I worked on a product called the Car Repair Management System (CRMS), which keeps track of repairs between different repair companies. I helped test the product and web application. I spent most of my day writing code to automate the testing using a framework for the Java programming language Selenium, which makes it easier to automate. I ended up doing about 50 to 60 percent of the CRMS web application user interface testing. My typical day would start the night before. I would run tests through Jenkins, an automation server, before I left each night. When I’d arrive in the morning, I could see what passed and failed. I kept track of cases I was working on through a wiki page and added the new cases to the page so I would know what I needed to pass. I actually ended up getting them all passed by the end of summer.

Jesse Morgan, center, with his fellow interns at the Railinc summer event.

What I Learned
I learned a lot of practical skills. I already had some experience working with Java, but I was able to learn more and develop my skills. As I gained experience during my internship, I learned better software design techniques such as writing more general code that can be applied to multiple test cases.

What I Liked
I really liked the people. Everyone was always willing to help me if I needed it. My supervisors were knowledgeable and helpful, and they kept me on track. I never felt like I was on my own in figuring out a problem or attacking a project. I also built some great connections and relationships with people I worked with and with other interns. My internship offered me a taste of what a real-world job and working in an office setting would be like. I had never had that opportunity before, and it was just a really great experience.

Railinc hires interns throughout the year and posts internship openings on the Railinc Careers page. 

—Railinc Corporate Communications

Employees Ace Volleyball Tourneys, Boost Charities

The Railinc Railspikers volleyball team celebrates after winning a tournament.

Railinc's culture of wellness is strong, and there are many ways to keep active here, from running on the greenway to on-site boot camps to yoga. Some people swim or cycle, and others get together for team sports like softball, ultimate and cricket.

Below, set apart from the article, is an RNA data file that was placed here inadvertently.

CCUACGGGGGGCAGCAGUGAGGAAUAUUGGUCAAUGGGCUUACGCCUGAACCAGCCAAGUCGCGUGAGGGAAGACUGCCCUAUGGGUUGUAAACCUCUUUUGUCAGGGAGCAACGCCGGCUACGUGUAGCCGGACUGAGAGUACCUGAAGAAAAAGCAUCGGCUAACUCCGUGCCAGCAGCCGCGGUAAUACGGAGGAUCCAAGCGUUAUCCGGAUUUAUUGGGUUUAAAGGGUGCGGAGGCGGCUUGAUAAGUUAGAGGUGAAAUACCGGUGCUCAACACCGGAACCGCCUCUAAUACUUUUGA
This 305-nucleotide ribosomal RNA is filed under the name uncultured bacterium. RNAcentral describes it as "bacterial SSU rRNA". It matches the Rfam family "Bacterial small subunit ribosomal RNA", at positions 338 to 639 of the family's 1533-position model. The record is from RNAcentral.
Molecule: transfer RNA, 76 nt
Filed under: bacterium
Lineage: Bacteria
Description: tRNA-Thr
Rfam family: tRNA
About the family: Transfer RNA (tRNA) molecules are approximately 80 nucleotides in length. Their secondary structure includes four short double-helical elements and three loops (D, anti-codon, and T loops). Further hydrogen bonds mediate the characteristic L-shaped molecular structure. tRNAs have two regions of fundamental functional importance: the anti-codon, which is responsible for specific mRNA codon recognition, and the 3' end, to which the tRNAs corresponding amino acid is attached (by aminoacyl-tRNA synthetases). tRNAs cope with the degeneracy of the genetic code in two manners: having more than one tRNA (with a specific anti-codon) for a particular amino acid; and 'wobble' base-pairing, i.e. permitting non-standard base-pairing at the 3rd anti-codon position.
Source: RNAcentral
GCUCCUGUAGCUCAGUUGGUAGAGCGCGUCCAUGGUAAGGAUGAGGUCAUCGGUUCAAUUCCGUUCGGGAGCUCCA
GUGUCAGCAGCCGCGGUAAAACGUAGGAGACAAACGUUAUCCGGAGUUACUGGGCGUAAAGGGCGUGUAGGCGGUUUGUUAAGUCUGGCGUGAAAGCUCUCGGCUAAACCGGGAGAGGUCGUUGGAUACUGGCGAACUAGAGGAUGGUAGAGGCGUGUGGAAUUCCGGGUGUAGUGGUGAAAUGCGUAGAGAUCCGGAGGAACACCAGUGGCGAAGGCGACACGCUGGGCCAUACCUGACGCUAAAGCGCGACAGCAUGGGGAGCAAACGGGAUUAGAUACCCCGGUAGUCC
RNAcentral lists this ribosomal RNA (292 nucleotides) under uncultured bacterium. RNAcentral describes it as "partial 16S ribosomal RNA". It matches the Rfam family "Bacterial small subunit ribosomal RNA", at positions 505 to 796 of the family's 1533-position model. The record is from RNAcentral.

For the last five or six years, a group of Railinc employees has made the short trek to the sand volleyball courts at North Cary Park every Tuesday, Wednesday and Friday to play at lunchtime. It’s popular, sometimes attracting enough employees to have two games going simultaneously. And it has spawned a team—the Railspikers—that regularly participates in (and wins) local volleyball tournaments.

“We started playing at lunch for fun,” said Murali Bobba, a senior database administrator who organized the Railspikers team. “We’ve had a lot of people join us, some who play in leagues. We thought starting the team would give us the opportunity to play in games that were more focused on competition.”

The other members of the Railspikers are Raj Mallarapu, Srikanth Maddukuri, Sandeep Pailla, Vishnu Kandi and Nagi Guntaka.

On September 24, the Railspikers, along with a few players from outside the company, won the 2016 Sewa International charity six-on-six tournament, beating out 26 other teams. It’s just their most recent trophy. By participating, the Railspikers helped raise money for Sewa’s “Sponsor a Child” program and a Mumbai foundation that helps children who live on the streets.

You can see photos from the Sewa tournament on Facebook.

And two weeks before that, the Railspikers, won the Triangle Area Telugu Association six-on-six tournament. In June, they outplayed eight other teams to win the inaugural YHC Sand Volleyball Tournament. Proceeds from that tournament went to the nonprofit YourHelpCounts Foundation, which used the funds to donate 100 solar study lights to rural schools in India.

Last year, they won six-on-six sand volleyball tournaments in Cary held by Sewa, the Triangle Area Telugu Assocation and the Greater Carolina Kerala Association.

The Railspikers also participate in the Town of Cary’s adult indoor volleyball league.

The team’s success has inspired a second group of Railinc employees to start a team—RailHulk—and to compete in the same indoor volleyball league as the Railspikers. RailHulk team members are Ramesh Veerappan, Ganesh Subramanian, Jeff Yusiewicz, Chip Summey, Brian Childs, Murali Bobba, Murali Muthyam and Nanda Navarathnam.

“With the heavy demands of work, sometimes we don’t have the opportunity to build the rapport and camaraderie that can benefit teams,” said Raj Mallarapu, a senior software engineer and member of the Railspikers. “Meeting outside of work like this provides the opportunity, helping us and the company.”

—Railinc Corporate Communications